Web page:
Antique Shadowbox Collage

If you’re strapped for cash (or just want to be a little smarter about how you spend your money) but your creative juices are flowing, take a cue from these craft projects of the past!

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Last week while at an antique store on the opposite side of town, my friend and I spotted a collection of shadow box collages.

The oldest of these (bottom right) dates back to the 1920s; the newest (top right), to the late 1930s.

Shadow box art can be a pretty common find inside thrift stores and antique malls, but to me, two things really set this collection apart from others that I’ve seen in those types of places:

  1. Aside from simply arranging a bunch of found objects in an aesthetically pleasing manner, the artist who created these chose to focus the subject manner on calling attention to the style and fashion of the time period in which they were created.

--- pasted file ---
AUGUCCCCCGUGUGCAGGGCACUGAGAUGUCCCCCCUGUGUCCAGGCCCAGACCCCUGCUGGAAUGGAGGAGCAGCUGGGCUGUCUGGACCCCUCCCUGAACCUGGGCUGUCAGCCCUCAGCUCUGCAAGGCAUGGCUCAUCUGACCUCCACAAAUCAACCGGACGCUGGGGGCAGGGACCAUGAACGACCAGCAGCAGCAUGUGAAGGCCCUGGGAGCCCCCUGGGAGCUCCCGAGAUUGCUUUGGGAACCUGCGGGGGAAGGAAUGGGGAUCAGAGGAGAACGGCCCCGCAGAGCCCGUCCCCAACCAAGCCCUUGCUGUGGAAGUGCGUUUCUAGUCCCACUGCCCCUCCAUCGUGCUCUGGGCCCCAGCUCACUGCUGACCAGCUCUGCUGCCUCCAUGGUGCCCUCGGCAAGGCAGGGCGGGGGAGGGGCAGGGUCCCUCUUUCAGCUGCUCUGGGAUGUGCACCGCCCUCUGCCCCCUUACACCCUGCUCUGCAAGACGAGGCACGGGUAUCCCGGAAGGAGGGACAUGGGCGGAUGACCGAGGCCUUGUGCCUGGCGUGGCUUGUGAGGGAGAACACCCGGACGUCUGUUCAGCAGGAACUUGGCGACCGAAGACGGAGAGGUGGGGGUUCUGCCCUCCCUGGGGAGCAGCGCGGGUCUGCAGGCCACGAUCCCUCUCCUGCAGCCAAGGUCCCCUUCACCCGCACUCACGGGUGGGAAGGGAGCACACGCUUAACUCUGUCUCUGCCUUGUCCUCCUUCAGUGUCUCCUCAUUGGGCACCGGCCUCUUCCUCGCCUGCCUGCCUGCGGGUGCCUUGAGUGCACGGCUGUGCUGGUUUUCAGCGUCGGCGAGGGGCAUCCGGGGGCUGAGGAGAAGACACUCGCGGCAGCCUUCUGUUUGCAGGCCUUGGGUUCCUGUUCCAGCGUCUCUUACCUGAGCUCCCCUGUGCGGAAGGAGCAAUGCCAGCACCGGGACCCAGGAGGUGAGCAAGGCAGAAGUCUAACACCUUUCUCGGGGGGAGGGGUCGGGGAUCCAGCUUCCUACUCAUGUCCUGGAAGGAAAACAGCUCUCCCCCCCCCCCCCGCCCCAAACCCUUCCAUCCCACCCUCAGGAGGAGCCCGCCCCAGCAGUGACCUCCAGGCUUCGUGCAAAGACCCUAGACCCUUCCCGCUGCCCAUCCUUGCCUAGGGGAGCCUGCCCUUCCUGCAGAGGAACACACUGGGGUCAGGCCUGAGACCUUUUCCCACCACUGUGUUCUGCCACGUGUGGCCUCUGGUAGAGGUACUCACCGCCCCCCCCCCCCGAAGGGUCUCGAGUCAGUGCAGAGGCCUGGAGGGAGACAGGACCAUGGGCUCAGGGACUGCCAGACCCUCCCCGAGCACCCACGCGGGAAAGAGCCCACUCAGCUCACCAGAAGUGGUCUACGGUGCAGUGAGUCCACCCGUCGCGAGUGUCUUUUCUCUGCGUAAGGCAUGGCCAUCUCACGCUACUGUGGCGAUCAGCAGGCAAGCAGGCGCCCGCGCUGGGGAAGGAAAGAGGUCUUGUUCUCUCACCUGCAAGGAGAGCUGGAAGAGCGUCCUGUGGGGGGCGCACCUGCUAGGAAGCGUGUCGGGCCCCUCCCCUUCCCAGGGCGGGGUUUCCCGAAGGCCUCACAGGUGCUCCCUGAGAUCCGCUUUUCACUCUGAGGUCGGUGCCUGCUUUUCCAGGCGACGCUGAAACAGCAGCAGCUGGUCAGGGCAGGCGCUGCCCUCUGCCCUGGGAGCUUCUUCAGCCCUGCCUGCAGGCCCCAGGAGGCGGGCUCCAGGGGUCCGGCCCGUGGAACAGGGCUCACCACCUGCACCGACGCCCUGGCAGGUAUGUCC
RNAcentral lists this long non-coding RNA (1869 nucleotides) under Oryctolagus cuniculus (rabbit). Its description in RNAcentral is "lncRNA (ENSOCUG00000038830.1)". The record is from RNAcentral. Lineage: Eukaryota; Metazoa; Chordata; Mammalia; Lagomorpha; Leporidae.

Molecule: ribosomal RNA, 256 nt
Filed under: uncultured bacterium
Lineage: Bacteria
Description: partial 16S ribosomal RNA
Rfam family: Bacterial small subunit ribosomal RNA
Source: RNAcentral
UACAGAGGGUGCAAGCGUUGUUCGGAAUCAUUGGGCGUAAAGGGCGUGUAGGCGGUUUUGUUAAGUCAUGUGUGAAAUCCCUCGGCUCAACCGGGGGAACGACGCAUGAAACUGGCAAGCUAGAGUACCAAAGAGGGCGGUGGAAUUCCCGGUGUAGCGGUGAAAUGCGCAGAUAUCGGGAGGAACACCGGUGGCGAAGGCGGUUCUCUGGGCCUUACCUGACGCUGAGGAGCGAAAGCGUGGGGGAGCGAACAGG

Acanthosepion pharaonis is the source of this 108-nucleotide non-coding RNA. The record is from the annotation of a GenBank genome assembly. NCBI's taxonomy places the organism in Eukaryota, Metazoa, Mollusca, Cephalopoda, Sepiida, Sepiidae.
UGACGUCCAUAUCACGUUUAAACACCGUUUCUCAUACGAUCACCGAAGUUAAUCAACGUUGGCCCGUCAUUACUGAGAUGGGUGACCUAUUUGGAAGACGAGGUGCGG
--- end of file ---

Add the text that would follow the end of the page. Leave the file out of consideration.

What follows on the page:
2. These pieces perfectly reflect the time period in which they were created, and show the shift in style from the 1920s through the 1940s.

IMG_1024Historically, shadow boxes have been used by military sailors (if you’re interested in learning a little more, you can find a short article on their military background here), however they have also been used for artistic purposes.  The work of American modern artist Joseph Cornell (1903-1972) is one such example.

To create the shadow boxes shown here, the artist would have begun by either drawing the form of a woman freehand, or by cutting one out from a photo, magazine, or other publication.  The image would then be adhered to a dark piece of paper and embellished with decorative elements (lace, fabric, feathers, hair, beads, etc.).

IMG_1027One of the best things about a project like this is that it can be created using found materials: fabric scraps, old clothing or hair accessories, dried flowers, magazines…you name it!

The next time you’re jones-ing for a short-term project but don’t want to shell out all of your hard earned cash, look to people of the past for inspiration.  With a little creativity, a few found items, and maybe a trip to your local dollar store (if you don’t have glue, construction paper or empty frames on hand) it’s totally possible to create a beautiful piece of wall art to decorate your home.

Of course, maybe if you’re lucky, you can also hunt down some fabulous antique artwork of your own!

-Kristy

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